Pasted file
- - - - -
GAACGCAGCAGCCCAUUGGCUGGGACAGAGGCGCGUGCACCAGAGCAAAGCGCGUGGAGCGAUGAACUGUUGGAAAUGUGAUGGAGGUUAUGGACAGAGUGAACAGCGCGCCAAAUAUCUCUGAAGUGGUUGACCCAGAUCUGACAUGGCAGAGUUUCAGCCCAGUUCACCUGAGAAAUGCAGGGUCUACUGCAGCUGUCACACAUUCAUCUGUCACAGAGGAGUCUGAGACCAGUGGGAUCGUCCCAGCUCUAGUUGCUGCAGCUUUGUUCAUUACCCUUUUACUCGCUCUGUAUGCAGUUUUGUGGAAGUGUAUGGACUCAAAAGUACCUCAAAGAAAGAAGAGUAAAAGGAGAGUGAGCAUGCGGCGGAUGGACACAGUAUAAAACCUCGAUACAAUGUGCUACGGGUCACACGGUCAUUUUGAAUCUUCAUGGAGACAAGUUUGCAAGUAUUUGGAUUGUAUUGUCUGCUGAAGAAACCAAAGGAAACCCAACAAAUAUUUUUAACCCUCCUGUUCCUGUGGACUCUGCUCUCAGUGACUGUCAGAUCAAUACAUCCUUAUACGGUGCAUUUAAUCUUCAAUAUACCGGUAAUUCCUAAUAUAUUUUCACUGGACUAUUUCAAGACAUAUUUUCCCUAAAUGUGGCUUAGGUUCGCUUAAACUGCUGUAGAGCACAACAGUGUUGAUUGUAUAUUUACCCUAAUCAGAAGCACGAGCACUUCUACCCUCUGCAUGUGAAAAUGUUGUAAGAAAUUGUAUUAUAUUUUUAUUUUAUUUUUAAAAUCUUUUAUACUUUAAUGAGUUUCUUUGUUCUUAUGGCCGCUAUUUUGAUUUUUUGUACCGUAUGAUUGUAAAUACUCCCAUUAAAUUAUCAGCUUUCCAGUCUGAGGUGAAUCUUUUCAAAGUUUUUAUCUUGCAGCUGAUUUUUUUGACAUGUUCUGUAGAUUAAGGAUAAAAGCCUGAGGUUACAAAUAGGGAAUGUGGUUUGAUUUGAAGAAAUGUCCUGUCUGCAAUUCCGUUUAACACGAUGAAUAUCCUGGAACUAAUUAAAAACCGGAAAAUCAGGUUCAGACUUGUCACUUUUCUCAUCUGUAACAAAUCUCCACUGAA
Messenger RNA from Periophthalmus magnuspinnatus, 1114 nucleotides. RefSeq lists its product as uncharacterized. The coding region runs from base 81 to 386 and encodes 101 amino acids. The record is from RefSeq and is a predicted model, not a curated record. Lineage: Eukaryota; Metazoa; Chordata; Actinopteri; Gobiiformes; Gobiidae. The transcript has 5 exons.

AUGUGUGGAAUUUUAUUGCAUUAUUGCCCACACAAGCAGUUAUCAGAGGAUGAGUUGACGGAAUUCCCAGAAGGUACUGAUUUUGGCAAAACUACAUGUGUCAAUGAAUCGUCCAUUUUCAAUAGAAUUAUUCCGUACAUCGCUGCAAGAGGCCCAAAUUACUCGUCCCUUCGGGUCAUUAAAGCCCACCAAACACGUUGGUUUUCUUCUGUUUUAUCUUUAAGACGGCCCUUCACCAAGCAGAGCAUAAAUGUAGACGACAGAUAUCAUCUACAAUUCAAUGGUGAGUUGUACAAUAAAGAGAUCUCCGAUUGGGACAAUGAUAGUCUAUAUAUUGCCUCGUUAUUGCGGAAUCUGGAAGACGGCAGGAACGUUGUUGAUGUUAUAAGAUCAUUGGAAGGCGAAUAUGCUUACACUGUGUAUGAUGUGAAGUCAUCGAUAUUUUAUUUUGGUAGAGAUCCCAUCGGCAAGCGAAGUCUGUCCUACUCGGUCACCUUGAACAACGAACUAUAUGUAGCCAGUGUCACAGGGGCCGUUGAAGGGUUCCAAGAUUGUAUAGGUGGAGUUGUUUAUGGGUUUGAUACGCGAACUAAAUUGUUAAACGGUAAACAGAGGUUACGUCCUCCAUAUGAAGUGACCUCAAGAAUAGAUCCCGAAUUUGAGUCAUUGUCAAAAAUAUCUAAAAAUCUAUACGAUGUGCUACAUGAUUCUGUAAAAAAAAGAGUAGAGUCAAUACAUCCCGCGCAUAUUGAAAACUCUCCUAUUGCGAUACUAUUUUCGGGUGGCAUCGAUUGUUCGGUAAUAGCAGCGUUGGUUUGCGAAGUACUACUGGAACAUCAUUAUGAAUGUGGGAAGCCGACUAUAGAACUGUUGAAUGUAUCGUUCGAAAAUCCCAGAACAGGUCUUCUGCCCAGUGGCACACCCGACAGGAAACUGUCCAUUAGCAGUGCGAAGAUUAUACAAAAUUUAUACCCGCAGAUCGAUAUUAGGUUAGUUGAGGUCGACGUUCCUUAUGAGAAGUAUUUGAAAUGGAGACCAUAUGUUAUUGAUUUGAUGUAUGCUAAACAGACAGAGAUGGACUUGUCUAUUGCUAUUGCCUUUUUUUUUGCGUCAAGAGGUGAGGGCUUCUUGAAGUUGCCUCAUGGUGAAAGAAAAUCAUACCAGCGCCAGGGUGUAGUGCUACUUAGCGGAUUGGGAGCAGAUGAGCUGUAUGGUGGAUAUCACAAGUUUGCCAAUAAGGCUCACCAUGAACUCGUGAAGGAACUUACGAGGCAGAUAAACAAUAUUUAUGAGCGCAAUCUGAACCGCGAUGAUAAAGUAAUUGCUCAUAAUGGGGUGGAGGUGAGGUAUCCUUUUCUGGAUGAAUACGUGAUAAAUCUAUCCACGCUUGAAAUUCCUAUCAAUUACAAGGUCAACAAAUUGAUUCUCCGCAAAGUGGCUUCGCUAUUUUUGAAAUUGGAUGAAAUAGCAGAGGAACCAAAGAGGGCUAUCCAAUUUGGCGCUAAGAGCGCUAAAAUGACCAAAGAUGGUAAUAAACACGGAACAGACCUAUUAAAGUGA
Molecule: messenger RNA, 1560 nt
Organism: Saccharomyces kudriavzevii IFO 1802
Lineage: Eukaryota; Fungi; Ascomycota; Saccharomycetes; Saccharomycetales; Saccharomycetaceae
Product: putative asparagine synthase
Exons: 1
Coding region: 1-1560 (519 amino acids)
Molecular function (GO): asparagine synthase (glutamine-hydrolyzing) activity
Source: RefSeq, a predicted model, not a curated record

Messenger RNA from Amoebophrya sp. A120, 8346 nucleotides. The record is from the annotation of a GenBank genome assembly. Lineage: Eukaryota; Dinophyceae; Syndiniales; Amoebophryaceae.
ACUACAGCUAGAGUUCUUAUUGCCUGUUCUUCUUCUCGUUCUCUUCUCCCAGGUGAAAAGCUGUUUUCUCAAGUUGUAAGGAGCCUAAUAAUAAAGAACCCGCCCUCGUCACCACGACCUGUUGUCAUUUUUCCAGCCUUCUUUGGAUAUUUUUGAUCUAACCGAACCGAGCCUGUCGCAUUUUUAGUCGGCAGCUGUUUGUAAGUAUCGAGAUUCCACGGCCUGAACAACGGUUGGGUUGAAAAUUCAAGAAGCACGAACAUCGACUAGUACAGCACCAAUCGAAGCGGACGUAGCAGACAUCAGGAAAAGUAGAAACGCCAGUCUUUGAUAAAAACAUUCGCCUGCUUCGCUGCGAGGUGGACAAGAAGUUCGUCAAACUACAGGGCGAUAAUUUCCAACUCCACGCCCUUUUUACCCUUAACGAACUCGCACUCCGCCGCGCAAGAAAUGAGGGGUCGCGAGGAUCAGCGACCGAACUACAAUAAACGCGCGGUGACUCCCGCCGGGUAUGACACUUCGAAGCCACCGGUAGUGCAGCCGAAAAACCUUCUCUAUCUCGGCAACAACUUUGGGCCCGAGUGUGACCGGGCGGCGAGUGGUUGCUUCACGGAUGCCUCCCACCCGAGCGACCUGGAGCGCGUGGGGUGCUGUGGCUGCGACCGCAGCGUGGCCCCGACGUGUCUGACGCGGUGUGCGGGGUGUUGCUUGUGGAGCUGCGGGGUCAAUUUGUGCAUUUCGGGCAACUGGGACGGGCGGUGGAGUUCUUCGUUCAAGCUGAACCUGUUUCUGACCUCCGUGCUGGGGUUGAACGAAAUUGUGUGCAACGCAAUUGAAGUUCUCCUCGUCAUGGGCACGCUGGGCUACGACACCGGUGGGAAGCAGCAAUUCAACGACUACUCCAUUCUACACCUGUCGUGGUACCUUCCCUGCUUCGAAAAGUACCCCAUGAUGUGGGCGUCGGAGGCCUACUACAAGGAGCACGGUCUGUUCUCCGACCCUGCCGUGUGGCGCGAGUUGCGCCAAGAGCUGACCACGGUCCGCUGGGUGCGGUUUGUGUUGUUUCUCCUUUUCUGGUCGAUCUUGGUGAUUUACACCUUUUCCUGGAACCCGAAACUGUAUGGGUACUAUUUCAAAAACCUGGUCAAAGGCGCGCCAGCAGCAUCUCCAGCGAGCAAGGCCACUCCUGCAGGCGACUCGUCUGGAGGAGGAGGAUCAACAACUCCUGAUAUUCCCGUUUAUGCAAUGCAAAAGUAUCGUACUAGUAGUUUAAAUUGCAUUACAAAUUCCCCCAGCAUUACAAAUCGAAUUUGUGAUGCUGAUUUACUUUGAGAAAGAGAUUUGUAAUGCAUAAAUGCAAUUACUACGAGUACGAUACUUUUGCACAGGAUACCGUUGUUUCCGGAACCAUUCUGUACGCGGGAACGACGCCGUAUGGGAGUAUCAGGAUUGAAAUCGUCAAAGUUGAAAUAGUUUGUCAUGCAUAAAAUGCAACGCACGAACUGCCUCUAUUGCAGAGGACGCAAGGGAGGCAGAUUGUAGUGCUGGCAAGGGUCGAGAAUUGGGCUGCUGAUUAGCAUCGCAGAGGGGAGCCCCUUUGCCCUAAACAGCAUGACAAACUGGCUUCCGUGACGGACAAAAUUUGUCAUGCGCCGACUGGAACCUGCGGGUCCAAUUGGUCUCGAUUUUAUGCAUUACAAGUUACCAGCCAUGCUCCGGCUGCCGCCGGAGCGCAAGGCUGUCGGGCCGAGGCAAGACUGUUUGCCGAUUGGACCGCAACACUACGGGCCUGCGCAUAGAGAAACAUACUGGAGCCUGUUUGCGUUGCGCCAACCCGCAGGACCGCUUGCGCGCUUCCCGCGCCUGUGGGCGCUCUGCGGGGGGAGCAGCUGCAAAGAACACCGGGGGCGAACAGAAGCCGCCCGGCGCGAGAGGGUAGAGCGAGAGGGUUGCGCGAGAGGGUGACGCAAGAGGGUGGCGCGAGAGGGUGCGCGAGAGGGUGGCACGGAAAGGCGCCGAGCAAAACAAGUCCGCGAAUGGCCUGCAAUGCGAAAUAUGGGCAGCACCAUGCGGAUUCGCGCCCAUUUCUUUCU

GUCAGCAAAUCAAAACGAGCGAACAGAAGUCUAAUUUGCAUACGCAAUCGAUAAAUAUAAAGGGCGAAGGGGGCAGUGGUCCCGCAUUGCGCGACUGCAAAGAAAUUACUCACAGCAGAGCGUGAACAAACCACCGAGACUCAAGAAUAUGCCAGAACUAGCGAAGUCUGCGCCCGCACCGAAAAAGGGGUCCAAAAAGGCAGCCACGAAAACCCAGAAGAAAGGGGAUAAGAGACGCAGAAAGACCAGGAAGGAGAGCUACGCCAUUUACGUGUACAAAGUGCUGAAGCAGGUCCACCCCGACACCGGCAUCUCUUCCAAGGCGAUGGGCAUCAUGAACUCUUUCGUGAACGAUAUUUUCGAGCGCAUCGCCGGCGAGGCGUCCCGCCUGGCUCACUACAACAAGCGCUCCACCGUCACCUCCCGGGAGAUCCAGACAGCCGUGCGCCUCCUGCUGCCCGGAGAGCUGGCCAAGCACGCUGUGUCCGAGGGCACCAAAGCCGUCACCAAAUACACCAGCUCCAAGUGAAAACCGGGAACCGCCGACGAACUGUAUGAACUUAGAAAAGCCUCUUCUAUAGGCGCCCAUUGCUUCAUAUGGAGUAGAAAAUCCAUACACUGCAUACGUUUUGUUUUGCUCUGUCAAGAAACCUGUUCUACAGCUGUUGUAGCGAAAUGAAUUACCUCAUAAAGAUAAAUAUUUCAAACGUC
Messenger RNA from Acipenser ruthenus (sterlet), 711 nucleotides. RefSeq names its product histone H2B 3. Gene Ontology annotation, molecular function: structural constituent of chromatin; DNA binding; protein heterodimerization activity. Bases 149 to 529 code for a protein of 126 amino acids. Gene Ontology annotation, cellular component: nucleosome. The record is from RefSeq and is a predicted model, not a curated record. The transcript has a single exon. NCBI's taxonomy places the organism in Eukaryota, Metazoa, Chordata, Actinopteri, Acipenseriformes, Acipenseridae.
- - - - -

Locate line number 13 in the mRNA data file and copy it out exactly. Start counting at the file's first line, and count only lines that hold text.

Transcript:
ACUACAGCUAGAGUUCUUAUUGCCUGUUCUUCUUCUCGUUCUCUUCUCCCAGGUGAAAAGCUGUUUUCUCAAGUUGUAAGGAGCCUAAUAAUAAAGAACCCGCCCUCGUCACCACGACCUGUUGUCAUUUUUCCAGCCUUCUUUGGAUAUUUUUGAUCUAACCGAACCGAGCCUGUCGCAUUUUUAGUCGGCAGCUGUUUGUAAGUAUCGAGAUUCCACGGCCUGAACAACGGUUGGGUUGAAAAUUCAAGAAGCACGAACAUCGACUAGUACAGCACCAAUCGAAGCGGACGUAGCAGACAUCAGGAAAAGUAGAAACGCCAGUCUUUGAUAAAAACAUUCGCCUGCUUCGCUGCGAGGUGGACAAGAAGUUCGUCAAACUACAGGGCGAUAAUUUCCAACUCCACGCCCUUUUUACCCUUAACGAACUCGCACUCCGCCGCGCAAGAAAUGAGGGGUCGCGAGGAUCAGCGACCGAACUACAAUAAACGCGCGGUGACUCCCGCCGGGUAUGACACUUCGAAGCCACCGGUAGUGCAGCCGAAAAACCUUCUCUAUCUCGGCAACAACUUUGGGCCCGAGUGUGACCGGGCGGCGAGUGGUUGCUUCACGGAUGCCUCCCACCCGAGCGACCUGGAGCGCGUGGGGUGCUGUGGCUGCGACCGCAGCGUGGCCCCGACGUGUCUGACGCGGUGUGCGGGGUGUUGCUUGUGGAGCUGCGGGGUCAAUUUGUGCAUUUCGGGCAACUGGGACGGGCGGUGGAGUUCUUCGUUCAAGCUGAACCUGUUUCUGACCUCCGUGCUGGGGUUGAACGAAAUUGUGUGCAACGCAAUUGAAGUUCUCCUCGUCAUGGGCACGCUGGGCUACGACACCGGUGGGAAGCAGCAAUUCAACGACUACUCCAUUCUACACCUGUCGUGGUACCUUCCCUGCUUCGAAAAGUACCCCAUGAUGUGGGCGUCGGAGGCCUACUACAAGGAGCACGGUCUGUUCUCCGACCCUGCCGUGUGGCGCGAGUUGCGCCAAGAGCUGACCACGGUCCGCUGGGUGCGGUUUGUGUUGUUUCUCCUUUUCUGGUCGAUCUUGGUGAUUUACACCUUUUCCUGGAACCCGAAACUGUAUGGGUACUAUUUCAAAAACCUGGUCAAAGGCGCGCCAGCAGCAUCUCCAGCGAGCAAGGCCACUCCUGCAGGCGACUCGUCUGGAGGAGGAGGAUCAACAACUCCUGAUAUUCCCGUUUAUGCAAUGCAAAAGUAUCGUACUAGUAGUUUAAAUUGCAUUACAAAUUCCCCCAGCAUUACAAAUCGAAUUUGUGAUGCUGAUUUACUUUGAGAAAGAGAUUUGUAAUGCAUAAAUGCAAUUACUACGAGUACGAUACUUUUGCACAGGAUACCGUUGUUUCCGGAACCAUUCUGUACGCGGGAACGACGCCGUAUGGGAGUAUCAGGAUUGAAAUCGUCAAAGUUGAAAUAGUUUGUCAUGCAUAAAAUGCAACGCACGAACUGCCUCUAUUGCAGAGGACGCAAGGGAGGCAGAUUGUAGUGCUGGCAAGGGUCGAGAAUUGGGCUGCUGAUUAGCAUCGCAGAGGGGAGCCCCUUUGCCCUAAACAGCAUGACAAACUGGCUUCCGUGACGGACAAAAUUUGUCAUGCGCCGACUGGAACCUGCGGGUCCAAUUGGUCUCGAUUUUAUGCAUUACAAGUUACCAGCCAUGCUCCGGCUGCCGCCGGAGCGCAAGGCUGUCGGGCCGAGGCAAGACUGUUUGCCGAUUGGACCGCAACACUACGGGCCUGCGCAUAGAGAAACAUACUGGAGCCUGUUUGCGUUGCGCCAACCCGCAGGACCGCUUGCGCGCUUCCCGCGCCUGUGGGCGCUCUGCGGGGGGAGCAGCUGCAAAGAACACCGGGGGCGAACAGAAGCCGCCCGGCGCGAGAGGGUAGAGCGAGAGGGUUGCGCGAGAGGGUGACGCAAGAGGGUGGCGCGAGAGGGUGCGCGAGAGGGUGGCACGGAAAGGCGCCGAGCAAAACAAGUCCGCGAAUGGCCUGCAAUGCGAAAUAUGGGCAGCACCAUGCGGAUUCGCGCCCAUUUCUUUCU